Expert: Does anyone know that Tun Perak was an Indian-Muslim?

WITH a veteran historian coming forward to criticise the “dilution” of Malaysian history, another expert claimed that the move was on-going gradually to undermine the minority’s contribution to nation building.

“I can’t really say if it’s done deliberately but it definitely looks like it. It’s actually done gradually, over the years.

“The idea is basically to promote Malaysia’s history as a Malay-Muslim based, watering down the contributions made by the minority groups.

“That is why we have youngsters these days oblivious of fact-based history and question the contribution of other races,” Kumpulan Sasterawan Kavyan founder Uthaya Sankar SB told FocusM.

Yesterday, Free Malaysia Today reported a well-known historian Ranjit Singh Malhi criticising the latest edition of secondary school history textbooks for being biased and inaccurate, and called on the Education Ministry to take action.

Uthaya Sankar

Ranjit said the textbooks, for use in Form 1 to Form 5, were Malay and Islam-centric and had omitted key facts relevant to nation-building while including factual distortions and exaggerations.

Pointing out that most of the textbooks’ writers were Malay, he said this meant that students were learning world and Malaysian history from the perspective of one particular ethnic group.

“The glaring defects in the current history textbooks only confirm the bias of the writers. They do not provide an adequate, balanced and fair account of the emergence and growth of Malaysia’s plural society,” he was reported saying.

Touching on the matter, Uthaya said that if one reads the history textbooks of the day, youngsters would come to a conclusion that the Chinese and Indians were brought in by the British as labourers in the past.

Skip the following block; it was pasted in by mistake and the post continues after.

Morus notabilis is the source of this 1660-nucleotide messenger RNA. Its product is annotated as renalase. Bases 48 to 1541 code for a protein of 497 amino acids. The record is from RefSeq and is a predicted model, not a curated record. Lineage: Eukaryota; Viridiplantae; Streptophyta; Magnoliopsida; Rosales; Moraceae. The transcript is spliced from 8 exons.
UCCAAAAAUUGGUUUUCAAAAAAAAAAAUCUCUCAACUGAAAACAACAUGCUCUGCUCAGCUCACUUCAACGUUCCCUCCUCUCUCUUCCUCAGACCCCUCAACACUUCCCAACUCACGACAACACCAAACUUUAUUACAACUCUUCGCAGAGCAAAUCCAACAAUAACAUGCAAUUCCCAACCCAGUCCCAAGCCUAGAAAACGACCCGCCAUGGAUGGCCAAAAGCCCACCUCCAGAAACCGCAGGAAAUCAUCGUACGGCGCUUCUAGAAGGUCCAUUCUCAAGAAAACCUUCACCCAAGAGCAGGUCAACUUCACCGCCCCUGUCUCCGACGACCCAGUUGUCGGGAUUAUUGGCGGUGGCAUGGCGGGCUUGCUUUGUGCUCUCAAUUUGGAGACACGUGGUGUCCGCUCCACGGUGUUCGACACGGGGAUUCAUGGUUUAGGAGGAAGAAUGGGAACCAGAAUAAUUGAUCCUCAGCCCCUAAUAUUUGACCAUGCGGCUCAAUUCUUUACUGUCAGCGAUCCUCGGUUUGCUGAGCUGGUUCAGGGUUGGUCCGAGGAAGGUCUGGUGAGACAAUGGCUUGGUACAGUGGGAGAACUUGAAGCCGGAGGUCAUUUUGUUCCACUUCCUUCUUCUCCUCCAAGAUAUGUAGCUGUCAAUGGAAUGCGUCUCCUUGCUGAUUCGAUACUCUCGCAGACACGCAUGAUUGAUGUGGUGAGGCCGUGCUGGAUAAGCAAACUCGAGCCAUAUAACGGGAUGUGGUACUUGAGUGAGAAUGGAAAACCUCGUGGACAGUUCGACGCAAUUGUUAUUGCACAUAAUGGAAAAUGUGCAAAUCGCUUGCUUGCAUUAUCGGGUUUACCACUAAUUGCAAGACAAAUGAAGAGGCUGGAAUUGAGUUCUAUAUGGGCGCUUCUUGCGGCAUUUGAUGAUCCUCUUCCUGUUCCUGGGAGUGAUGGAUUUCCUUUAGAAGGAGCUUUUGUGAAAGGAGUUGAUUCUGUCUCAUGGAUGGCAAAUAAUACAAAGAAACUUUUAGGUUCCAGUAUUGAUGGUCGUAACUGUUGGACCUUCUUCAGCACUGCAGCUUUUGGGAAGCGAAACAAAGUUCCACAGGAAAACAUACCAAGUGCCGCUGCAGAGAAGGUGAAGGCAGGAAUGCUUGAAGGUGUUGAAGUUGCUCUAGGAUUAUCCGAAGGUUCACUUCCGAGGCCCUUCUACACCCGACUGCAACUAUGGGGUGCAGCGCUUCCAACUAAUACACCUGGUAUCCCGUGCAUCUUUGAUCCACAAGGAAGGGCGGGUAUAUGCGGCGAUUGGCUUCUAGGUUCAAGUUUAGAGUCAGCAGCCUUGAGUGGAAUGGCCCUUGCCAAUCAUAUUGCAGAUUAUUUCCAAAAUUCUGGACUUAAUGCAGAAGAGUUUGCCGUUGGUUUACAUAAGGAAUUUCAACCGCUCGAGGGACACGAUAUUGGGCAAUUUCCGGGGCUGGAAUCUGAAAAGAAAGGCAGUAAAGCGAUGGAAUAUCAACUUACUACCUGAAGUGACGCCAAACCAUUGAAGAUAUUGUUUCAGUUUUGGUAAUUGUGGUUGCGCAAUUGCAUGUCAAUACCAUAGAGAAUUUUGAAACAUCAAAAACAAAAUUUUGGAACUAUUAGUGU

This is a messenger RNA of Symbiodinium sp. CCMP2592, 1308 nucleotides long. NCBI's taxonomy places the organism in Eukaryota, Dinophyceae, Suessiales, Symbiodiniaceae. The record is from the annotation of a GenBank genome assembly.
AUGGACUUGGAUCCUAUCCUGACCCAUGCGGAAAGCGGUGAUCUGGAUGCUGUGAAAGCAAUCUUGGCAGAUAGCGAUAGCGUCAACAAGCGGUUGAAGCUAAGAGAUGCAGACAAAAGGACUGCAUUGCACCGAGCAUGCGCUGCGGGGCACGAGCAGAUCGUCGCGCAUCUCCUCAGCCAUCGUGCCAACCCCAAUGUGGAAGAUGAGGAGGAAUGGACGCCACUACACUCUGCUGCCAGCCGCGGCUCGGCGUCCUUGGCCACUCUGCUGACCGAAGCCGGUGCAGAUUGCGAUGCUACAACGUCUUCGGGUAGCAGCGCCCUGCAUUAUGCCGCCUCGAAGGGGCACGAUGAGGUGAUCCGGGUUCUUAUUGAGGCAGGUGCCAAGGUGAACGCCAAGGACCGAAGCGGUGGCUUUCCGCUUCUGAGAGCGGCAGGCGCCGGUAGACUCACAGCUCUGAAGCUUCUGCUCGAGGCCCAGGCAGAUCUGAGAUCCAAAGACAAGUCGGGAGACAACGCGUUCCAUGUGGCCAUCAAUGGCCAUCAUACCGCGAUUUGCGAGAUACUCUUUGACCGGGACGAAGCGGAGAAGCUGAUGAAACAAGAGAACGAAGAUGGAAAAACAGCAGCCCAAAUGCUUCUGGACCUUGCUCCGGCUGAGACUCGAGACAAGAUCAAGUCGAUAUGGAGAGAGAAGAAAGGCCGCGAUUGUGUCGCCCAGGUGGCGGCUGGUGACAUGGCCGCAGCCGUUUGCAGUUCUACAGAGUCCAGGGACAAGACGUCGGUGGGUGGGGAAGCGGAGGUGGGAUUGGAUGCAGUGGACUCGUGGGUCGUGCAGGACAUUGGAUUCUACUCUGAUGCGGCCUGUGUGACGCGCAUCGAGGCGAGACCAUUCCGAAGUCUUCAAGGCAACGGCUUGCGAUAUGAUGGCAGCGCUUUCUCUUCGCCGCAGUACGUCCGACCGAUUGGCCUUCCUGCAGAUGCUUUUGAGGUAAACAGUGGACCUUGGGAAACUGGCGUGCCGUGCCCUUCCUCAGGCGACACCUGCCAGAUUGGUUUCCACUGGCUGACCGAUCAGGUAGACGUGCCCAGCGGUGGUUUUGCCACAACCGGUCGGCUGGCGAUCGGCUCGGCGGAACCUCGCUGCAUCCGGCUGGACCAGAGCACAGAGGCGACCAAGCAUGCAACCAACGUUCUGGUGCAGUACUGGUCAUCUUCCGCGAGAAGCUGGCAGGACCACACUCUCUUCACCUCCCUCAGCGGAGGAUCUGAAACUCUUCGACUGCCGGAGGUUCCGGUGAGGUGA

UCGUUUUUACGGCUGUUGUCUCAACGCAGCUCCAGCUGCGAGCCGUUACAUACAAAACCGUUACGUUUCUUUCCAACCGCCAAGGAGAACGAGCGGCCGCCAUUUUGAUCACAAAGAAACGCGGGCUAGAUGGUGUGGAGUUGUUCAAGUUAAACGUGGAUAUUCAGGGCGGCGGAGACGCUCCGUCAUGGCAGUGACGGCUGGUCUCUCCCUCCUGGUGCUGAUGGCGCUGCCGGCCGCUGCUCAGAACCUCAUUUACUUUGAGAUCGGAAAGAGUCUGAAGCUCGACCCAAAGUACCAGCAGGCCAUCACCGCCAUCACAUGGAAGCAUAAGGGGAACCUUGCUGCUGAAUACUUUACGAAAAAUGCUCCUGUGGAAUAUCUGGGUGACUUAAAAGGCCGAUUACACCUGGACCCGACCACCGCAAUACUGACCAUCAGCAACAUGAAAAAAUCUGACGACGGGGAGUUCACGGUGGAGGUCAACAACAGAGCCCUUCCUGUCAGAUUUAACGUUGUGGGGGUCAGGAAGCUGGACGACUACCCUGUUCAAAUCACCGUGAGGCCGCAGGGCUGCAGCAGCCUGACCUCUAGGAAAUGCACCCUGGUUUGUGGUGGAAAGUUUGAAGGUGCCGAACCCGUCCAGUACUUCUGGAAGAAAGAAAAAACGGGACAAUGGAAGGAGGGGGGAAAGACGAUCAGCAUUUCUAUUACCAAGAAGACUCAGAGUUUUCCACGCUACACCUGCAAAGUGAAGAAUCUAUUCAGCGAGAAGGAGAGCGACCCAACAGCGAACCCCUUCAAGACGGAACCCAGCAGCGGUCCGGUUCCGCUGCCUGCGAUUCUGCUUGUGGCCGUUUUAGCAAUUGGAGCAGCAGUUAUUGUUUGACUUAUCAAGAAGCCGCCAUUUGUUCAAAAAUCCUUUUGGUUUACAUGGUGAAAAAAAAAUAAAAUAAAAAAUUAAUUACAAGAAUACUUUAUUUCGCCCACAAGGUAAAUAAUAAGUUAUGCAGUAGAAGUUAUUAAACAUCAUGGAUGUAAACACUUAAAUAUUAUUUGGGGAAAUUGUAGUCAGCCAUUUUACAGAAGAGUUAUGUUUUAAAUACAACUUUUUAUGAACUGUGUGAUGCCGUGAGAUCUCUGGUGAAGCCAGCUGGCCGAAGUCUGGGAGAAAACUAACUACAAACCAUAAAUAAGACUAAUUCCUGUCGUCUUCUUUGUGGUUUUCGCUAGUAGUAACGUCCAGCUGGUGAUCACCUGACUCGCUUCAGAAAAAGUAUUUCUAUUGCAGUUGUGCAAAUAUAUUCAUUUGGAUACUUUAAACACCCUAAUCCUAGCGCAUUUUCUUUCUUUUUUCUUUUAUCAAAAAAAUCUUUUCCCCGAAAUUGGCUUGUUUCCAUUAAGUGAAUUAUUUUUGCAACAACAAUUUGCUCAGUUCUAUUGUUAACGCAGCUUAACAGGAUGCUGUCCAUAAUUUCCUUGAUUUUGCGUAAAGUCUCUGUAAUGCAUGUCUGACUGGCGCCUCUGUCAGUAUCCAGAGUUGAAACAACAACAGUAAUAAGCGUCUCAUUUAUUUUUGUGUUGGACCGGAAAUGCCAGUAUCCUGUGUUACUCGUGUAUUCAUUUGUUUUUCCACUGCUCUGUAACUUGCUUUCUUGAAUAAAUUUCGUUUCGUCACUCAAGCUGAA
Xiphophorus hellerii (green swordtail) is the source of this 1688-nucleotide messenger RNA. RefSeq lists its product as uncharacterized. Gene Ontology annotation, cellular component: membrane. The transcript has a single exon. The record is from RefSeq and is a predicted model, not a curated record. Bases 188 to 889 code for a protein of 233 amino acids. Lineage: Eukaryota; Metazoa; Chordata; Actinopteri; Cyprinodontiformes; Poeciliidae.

“But this is not true. The Chinese and Indians have been in the Malay Archipelago centuries before the Western imperialists came,” he added.

Counter distortions with facts, not emotion

Citing an example, Uthaya said that at the height of the Malaccan empire, one must be fluent in the Tamil language before climbing up the social ladder to become an aristocrat.

“At the time, in this region, knowledge of Tamil was equivalent of English mastery now. How many of our youngsters know that Tun Perak, the famous Malaccan Bendahara, was an Indian-Muslim?

“During my time, history books would mention Munshi Abdullah, who is known as the Father of Malay Literature. These days, history books rarely mention him. He was also an Indian-Muslim.

“If you look at the Malaccan empire, the entire narrative of its founding is now based on the Islamic agenda, which is not the case.

“In fact, Malacca’s administration then very much follows the traditional structure of Indian kingdoms, despite being governed by Muslims,” he opined.

On pre-Merdeka history, Uthaya said that the contribution of left-leaning politicians to the Independence struggle is rarely mentioned, with many of the patriots branded as “communists”.

“But if you talk to their descendants, they will dismiss the ‘communist’ label and stress that their forefathers fought against the Japanese and British,” he noted.

On what can be done to counter the “dilution”, Uthaya urged the people to come forward and debunk false narratives using facts, instead of succumbing to emotion.

“And it has to be a collective effort, not rely on one person to do the job. Plus, it doesn’t need to come from an expert alone.

“If you have something like a letter from your great grandfather which can dispute certain ‘official facts’, bring it over and submit them to the relevant authority instead of just posting it on Facebook,” he said.

Citing the Interlok controversy years back, Uthaya said the mass movement was good in getting the Government to withdraw the fiction-ridden literature away from schools.

“But while others focused on the derogatory words used against the minorities, Kavyan also pressed the Government to correct factual errors in the book, despite just being a work of fiction,” he remarked. – April 13, 2021.

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